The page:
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What to know about Elon Musk’s $12.5 billion margin loan

May 2, 2022, 3:45 PM UTC

Big deals always pose risk. This one is different.

Elon Musk, who submitted the letter to buy Twitter in April, effectively rolled the dice to land the billions of dollars in loans he needed to get his offer in front of the social media network’s board. In order to secure the $12.5 billion margin loan on his Tesla shares, Musk gave a personal guarantee, according to reporting from my Fortune colleagues, published this weekend. Here’s what that means: If Musk can’t repay the loan by selling shares of Tesla, banks could take Musk’s equity stake in Twitter, his 46% stake in SpaceX, his sundry personal assets—anything.

No one could claim Musk is risk-averse. He has a history of taking big swings where he has skin in the game, even if the odds don’t stack up. Look at Tesla. Musk, as an investor in the company, appointed himself as CEO of the company after a rocky couple years at the company in which he pushed out the company’s cofounder and first chief executive. As he said at the time, in 2008: “That’s part of the reason I decided to take over as CEO. I have so many chips on the table. I need to steer the boat completely.”

Now he is taking a big bet—with his personal assets on the line—for the social media platform he frequents (sometimes to his own detriment). The fine print indicates that Musk has pledged $62.5 billion as collateral—five times that $12.5 billion figure. At the time when Musk made the deal, Tesla shares were trading at $1,001, and he would have needed to put down 62 million shares as collateral. Since then, Tesla share prices dropped to $871 per share, meaning that Musk will need to put down approximately 72 million shares (or an additional 16%). That’s about 44% of his current holdings in the stock.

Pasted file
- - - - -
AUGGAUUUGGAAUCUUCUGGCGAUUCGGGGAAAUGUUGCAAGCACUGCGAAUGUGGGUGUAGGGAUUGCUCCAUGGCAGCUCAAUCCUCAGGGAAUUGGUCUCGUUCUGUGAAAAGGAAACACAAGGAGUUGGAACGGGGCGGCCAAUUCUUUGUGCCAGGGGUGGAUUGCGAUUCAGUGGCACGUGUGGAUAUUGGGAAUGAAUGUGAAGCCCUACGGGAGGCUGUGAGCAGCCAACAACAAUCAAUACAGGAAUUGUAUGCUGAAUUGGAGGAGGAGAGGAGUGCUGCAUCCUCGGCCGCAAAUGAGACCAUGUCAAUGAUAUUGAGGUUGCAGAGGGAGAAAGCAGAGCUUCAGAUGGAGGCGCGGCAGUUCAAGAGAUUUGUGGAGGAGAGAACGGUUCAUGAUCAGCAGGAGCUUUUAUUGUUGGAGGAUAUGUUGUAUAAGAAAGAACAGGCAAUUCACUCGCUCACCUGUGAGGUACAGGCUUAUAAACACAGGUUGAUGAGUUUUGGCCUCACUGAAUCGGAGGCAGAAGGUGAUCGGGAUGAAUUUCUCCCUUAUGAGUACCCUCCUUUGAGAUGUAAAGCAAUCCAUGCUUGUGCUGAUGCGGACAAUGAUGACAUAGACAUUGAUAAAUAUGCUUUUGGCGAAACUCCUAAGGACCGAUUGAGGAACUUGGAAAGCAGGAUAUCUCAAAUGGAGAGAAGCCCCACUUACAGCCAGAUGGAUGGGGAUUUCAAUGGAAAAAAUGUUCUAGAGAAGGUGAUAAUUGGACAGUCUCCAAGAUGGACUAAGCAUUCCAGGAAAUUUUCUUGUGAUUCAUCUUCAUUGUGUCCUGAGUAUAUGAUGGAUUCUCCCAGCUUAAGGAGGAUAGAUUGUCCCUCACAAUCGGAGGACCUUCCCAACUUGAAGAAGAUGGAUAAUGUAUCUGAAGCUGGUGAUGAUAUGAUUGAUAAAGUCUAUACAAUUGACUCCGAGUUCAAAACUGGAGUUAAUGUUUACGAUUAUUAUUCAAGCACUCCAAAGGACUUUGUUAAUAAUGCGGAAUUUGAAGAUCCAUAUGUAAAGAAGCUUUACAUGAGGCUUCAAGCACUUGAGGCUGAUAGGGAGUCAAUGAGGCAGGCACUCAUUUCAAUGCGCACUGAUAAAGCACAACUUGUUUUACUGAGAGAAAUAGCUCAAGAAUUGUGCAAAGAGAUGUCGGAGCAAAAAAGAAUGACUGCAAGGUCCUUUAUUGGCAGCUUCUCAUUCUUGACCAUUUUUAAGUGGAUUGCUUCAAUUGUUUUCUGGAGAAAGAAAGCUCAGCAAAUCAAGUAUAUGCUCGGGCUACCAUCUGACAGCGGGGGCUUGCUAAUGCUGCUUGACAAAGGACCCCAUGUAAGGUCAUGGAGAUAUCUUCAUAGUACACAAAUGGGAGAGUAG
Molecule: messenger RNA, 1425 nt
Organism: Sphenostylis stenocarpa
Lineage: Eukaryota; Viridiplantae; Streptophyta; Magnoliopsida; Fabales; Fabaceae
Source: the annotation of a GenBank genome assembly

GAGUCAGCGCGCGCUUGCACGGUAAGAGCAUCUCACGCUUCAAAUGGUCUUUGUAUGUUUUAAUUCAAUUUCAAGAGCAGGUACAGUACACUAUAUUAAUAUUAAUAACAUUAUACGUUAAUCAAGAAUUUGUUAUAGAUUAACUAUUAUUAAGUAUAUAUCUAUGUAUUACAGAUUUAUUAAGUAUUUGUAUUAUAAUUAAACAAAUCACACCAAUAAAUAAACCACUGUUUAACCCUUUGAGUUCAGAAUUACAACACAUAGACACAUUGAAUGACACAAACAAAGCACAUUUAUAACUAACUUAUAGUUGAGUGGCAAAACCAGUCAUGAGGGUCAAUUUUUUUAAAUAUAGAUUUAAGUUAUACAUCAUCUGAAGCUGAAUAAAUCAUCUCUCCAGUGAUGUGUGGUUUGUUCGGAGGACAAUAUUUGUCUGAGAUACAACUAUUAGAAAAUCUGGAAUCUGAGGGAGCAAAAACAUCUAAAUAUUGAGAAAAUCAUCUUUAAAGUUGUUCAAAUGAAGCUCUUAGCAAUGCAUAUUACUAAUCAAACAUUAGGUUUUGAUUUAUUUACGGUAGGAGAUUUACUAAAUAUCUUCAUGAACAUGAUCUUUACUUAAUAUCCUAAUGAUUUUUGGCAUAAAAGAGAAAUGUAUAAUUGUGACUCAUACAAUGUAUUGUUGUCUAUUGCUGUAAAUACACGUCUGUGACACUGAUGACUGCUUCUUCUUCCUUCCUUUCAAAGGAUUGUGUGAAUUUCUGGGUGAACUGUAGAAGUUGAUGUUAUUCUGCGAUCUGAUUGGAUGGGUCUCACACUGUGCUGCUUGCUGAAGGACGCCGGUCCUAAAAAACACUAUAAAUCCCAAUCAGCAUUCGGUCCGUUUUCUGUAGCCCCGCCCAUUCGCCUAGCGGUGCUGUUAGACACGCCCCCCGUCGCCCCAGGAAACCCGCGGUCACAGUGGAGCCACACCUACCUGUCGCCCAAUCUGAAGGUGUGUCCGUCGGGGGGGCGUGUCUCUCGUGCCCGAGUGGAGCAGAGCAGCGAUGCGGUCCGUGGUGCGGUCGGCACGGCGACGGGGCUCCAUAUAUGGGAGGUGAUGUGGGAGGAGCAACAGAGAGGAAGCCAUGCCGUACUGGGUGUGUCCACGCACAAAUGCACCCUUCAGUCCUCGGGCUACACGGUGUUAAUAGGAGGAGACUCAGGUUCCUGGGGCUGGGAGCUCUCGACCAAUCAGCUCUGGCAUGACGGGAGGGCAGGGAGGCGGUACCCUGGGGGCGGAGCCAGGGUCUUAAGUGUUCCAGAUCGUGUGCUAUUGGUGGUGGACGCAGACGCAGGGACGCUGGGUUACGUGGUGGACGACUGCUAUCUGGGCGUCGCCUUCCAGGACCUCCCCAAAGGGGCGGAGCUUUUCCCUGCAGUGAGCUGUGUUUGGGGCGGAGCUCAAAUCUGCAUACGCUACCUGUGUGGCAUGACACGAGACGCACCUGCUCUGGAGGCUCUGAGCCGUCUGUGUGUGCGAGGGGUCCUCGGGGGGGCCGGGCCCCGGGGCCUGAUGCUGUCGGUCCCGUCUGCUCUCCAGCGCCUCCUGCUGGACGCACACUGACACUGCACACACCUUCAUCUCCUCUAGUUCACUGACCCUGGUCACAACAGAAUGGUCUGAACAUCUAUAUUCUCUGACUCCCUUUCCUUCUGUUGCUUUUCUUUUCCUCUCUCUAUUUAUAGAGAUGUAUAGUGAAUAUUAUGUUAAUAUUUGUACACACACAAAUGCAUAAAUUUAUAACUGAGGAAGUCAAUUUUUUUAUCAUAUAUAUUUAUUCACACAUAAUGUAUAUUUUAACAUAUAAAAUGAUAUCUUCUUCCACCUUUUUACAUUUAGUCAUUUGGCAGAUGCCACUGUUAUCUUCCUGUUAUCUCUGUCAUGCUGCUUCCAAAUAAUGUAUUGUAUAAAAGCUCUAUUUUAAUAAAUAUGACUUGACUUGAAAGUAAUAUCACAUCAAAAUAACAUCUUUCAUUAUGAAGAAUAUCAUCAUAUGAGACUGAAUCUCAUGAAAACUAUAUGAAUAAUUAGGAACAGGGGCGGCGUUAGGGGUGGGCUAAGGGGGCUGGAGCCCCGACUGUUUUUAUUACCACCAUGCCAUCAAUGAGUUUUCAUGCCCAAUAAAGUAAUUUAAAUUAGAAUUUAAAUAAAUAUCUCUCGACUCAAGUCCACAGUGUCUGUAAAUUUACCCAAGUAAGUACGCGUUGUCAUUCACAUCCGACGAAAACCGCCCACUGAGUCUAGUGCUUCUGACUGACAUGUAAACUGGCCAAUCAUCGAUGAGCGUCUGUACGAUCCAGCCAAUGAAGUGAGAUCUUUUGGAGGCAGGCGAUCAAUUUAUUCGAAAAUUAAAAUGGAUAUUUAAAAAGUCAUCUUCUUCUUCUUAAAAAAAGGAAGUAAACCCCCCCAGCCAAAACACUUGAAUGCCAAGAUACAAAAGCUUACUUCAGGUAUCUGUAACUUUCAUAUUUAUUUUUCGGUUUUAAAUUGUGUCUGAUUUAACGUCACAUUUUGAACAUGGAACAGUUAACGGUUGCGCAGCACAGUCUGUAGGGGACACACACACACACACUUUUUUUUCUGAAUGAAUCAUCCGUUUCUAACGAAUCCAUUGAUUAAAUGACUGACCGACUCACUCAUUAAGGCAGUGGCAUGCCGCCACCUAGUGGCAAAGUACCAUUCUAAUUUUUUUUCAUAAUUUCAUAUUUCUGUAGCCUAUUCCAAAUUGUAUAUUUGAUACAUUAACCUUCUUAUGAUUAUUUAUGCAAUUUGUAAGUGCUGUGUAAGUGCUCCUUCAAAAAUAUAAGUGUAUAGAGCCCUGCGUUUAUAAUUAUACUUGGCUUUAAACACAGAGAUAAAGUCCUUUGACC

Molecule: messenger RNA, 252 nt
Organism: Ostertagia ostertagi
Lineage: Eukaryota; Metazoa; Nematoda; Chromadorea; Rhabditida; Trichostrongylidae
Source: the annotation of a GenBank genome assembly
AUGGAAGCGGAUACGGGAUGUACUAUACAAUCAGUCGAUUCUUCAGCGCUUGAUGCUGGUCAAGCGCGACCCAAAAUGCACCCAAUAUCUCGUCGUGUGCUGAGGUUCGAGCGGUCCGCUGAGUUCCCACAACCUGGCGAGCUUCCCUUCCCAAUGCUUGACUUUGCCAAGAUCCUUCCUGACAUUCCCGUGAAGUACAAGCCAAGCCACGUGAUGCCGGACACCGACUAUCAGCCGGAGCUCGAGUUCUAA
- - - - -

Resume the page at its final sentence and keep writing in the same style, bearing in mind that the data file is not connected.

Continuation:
Where that could get messy, per my colleagues’ reporting: If Tesla’s stock price falls more than 40%, Musk would face a margin call. He’d need to come up with either $14 billion in cash, or quickly sell enough shares to pay down the margin loan. That could be to the tune of 10 million shares. While it’s unlikely shares would fall so drastically, I’ll leave it at this: Yikes.

But while Musk may be fronting a whole lot to get this deal done, the dozen banks involved are still taking a bet on Musk, too. Namely—Morgan Stanley, which is leading the financing. The investment bank’s largest margin loans to clients typically fall below $1 billion, per the Financial Times. This time around? Try $2 billion.

Morgan Stanley, which owns more than 8% of Twitter stock, according to S&P Global Market Intelligence data, has come in fast to win the fervor of the world’s wealthiest man—part of a years-long effort to do so, per the Financial Times and court documents. In the past, Musk has turned to Goldman Sachs first. Goldman led Tesla’s IPO in 2010. In 2018, he turned to Goldman first when he was weighing taking Tesla private. Will the tables turn after Morgan Stanley puts its neck out for Musk—lending a whopping $2 billion to seal the deal? The bank reportedly helped coordinate calls between Musk’s family office (run by ex-Morgan Stanley senior vice president Jared Birchall) and other lenders. 

As my colleagues write: “It’s only evident in hindsight whether big, counterintuitive leaps are going to pay off.”

And now… for this month’s cartoon from Ian Foley.

Until tomorrow,

Jessica Mathews
Twitter: @jessicakmathews
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Jackson Fordyce curated the deals section of today’s newsletter.


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